KGI stands for the Kernel Graphic Interface. As a reference, read the original author documentation: The structs and procedures (pdf)

As a general picture, neither applications or kernel code access directly the HW. Instead, they register themselves to KGI which share the underlying HW using methods common to all kind of display HW.


You are encouraged to read the KGI Display Hardware Driver Overview for more details about displays. The description here after is a much more practical approach.

Displays are (simply speaking) graphic backends. Contrary to the above overview, I'm not sure we can speak of drivers. They provide the KGI core with methods to negociate, set or unset graphical modes. Additionally, displays propose resources (framebuffer, HW pointers, palettes...) which are used by devices (see later) to control the display content outputs.

Different kind of displays are known currently:

  • The null display, first allocated at the very beginning of KGI initialization
  • The Linux console i386 display with text mode support
  • The FreeBSD VESA display
  • KGIM graphic drivers

As you see through these examples, they are not all drivers. The FreeBSD VESA display for example is just a wrapper between the KGI display API and FreeBSD VESA modesetting interface. KGIM is not a driver either, but an infrastructure to develop modular graphic drivers.

The display API is an abstraction interface enabling the control of any kind of graphic HW by other parts of the kernel or applications.

Note that displays are not dynamic objects. Instead, the expected number of null displays must be allocated at KGI initialization and are later replaced by other displays. Displays must register themselves to replace others.

It is by registering that the display provide KGI with mode setting methods, description of its resources and the size of its private mode data structure.

Displays are statically bound to focuses.


KGI connects APIs of different kind. One of them is known as device API.

A KGI device is not what we are used to think of e.g a peripheral or anything related to HW. Instead, a KGI device is a piece of code and data using / sharing resources with other KGI devices. Everything that uses the HW resources of a display (mode setting, framebuffer, HW pointers, palettes...) must register itself as a KGI device. A KGI device is somehow clients of displays.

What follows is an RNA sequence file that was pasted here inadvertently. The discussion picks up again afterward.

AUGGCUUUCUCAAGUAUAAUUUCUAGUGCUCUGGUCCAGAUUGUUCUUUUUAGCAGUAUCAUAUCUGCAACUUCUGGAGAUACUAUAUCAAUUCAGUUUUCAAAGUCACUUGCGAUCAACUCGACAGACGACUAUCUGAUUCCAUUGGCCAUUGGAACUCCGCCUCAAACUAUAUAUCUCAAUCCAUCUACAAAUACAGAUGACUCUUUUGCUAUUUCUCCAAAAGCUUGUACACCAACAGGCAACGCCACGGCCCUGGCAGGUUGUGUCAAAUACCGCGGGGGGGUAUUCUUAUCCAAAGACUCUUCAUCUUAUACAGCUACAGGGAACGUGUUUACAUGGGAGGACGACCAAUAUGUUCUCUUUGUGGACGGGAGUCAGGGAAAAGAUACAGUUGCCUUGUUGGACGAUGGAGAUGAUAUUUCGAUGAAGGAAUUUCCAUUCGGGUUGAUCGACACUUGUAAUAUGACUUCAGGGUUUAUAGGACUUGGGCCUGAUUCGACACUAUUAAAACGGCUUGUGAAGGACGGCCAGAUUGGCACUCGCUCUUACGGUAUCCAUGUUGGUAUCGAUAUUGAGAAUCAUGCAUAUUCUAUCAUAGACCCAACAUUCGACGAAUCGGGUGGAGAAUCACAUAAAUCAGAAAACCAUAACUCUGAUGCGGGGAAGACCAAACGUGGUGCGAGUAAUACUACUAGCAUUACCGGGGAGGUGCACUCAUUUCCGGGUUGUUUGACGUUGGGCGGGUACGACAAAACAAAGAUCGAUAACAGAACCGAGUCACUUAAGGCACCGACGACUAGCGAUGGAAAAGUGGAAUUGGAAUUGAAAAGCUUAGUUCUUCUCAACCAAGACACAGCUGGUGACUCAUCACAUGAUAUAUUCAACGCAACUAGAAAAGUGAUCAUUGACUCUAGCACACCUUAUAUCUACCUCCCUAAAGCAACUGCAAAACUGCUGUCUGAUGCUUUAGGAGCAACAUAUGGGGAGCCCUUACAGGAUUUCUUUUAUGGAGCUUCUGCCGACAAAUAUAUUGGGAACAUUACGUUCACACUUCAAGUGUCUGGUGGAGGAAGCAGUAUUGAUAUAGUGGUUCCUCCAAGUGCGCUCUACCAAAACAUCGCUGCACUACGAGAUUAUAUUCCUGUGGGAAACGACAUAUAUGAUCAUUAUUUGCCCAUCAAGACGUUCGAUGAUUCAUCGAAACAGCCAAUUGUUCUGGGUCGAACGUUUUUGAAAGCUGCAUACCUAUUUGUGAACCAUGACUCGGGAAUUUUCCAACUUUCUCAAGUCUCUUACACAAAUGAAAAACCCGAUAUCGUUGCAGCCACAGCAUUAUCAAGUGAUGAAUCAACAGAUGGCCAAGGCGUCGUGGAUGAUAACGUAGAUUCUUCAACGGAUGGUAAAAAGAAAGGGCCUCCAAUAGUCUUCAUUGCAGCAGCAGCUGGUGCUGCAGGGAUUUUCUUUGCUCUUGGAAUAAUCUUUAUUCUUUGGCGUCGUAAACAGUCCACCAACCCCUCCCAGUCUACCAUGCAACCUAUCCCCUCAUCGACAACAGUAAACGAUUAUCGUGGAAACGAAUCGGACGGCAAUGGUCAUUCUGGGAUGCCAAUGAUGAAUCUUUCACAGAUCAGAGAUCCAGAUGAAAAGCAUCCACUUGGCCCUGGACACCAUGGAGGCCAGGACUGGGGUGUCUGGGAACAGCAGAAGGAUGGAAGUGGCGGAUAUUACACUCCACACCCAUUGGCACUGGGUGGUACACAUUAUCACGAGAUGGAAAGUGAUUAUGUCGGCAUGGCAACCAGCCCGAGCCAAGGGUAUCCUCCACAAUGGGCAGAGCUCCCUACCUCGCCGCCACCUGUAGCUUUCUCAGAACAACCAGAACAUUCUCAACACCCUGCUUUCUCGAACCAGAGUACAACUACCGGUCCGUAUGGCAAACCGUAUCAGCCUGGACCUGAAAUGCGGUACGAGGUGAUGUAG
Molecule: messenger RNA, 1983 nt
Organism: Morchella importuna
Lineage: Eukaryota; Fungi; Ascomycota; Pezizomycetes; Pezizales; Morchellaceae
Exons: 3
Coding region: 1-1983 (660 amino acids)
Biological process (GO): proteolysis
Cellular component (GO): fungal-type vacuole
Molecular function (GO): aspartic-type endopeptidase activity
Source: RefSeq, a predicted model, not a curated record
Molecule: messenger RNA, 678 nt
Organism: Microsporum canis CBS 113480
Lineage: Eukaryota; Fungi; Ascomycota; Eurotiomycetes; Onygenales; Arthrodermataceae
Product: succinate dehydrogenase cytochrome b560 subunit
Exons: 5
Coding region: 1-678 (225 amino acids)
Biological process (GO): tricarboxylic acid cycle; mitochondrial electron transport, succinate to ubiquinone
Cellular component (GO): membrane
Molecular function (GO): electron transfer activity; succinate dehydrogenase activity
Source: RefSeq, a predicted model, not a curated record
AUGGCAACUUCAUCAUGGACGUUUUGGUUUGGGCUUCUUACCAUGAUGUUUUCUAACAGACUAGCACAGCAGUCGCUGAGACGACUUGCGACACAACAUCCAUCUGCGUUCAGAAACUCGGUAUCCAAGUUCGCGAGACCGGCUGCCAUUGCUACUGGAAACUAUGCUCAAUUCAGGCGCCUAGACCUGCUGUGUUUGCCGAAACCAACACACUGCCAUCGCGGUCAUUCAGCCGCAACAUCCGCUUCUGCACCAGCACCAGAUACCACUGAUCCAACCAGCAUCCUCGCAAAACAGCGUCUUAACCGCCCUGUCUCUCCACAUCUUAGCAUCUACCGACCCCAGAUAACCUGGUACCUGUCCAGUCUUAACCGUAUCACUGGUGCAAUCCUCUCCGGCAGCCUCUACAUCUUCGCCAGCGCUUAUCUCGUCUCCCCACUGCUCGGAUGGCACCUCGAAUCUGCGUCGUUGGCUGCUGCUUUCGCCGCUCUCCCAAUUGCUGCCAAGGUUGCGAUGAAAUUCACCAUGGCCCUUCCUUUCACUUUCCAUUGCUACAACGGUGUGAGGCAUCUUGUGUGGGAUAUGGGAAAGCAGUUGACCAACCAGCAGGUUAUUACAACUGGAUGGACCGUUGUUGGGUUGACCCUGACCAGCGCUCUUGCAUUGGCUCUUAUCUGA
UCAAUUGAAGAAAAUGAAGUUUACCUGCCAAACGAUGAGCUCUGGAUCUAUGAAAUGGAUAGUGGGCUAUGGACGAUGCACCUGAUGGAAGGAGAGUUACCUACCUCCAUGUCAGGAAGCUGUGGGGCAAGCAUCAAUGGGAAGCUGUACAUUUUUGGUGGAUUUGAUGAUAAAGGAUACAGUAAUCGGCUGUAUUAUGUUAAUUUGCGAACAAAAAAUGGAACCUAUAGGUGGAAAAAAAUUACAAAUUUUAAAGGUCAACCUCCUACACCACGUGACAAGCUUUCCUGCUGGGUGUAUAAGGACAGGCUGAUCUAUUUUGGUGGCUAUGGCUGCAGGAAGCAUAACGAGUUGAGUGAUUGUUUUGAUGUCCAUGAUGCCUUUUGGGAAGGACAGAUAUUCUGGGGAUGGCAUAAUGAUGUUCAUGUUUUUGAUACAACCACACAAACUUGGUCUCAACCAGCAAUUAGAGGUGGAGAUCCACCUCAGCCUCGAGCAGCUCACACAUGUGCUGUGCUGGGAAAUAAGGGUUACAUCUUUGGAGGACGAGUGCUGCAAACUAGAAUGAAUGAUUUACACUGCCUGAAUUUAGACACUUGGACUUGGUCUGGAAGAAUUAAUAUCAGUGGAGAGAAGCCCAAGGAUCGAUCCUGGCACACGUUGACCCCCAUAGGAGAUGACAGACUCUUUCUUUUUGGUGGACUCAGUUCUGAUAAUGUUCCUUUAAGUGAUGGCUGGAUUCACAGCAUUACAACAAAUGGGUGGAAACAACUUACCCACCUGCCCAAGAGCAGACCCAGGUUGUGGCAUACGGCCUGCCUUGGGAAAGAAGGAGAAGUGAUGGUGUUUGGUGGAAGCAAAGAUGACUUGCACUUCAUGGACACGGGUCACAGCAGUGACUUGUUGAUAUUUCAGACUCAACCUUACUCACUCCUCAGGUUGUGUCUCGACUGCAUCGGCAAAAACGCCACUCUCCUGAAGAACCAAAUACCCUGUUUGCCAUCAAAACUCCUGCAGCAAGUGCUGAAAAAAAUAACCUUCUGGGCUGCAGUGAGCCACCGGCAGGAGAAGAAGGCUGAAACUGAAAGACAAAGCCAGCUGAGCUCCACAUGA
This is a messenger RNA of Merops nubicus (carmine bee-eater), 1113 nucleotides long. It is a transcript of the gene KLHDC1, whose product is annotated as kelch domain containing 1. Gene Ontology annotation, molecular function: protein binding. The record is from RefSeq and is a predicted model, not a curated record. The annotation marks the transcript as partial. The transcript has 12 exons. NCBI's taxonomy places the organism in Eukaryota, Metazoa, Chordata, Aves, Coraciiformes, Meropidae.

Maybe this layer of KGI was wrongly called devices because /dev/graphic and /dev/event which are the general KGI and KII user entrypoints are from Unix point of view called devices...

Different KGI devices are known currently:

  • /dev/graphic, the kernel/user limit for the support for userland ioctl's
  • KGC Render, the rendering engines of KGC (FreeBSD Kernel Graphic Console)
  • FreeBSD boot console

The visible effect of mapping a device to a display is the change of mode on that display. Before mapping a device, a mode must have been negociated with its display. When the device is mapped, the display is requested by KGI to set the mode previously negociated. When the device is unmapped, the display is asked to unset the mode before another device is mapped and so on.

Device mapping / unmapping is performed typically when:

  • console events occur (special key hit for example) on the focus the device's display is attached to
  • an application sets a mode, it is supposed to take control of the screen: the device, allocated when opening the /dev/graphic Unix device, is then mapped with the mode just negociated
  • the console enters DDB (the debugger), the currently mapped KGI device (graphic app or whatelse) is unmapped and the console's KGI device is mapped

The device methods (hooks) enable the device for example to redraw the screen when mapped or to block anything being performed on the display when unmapped.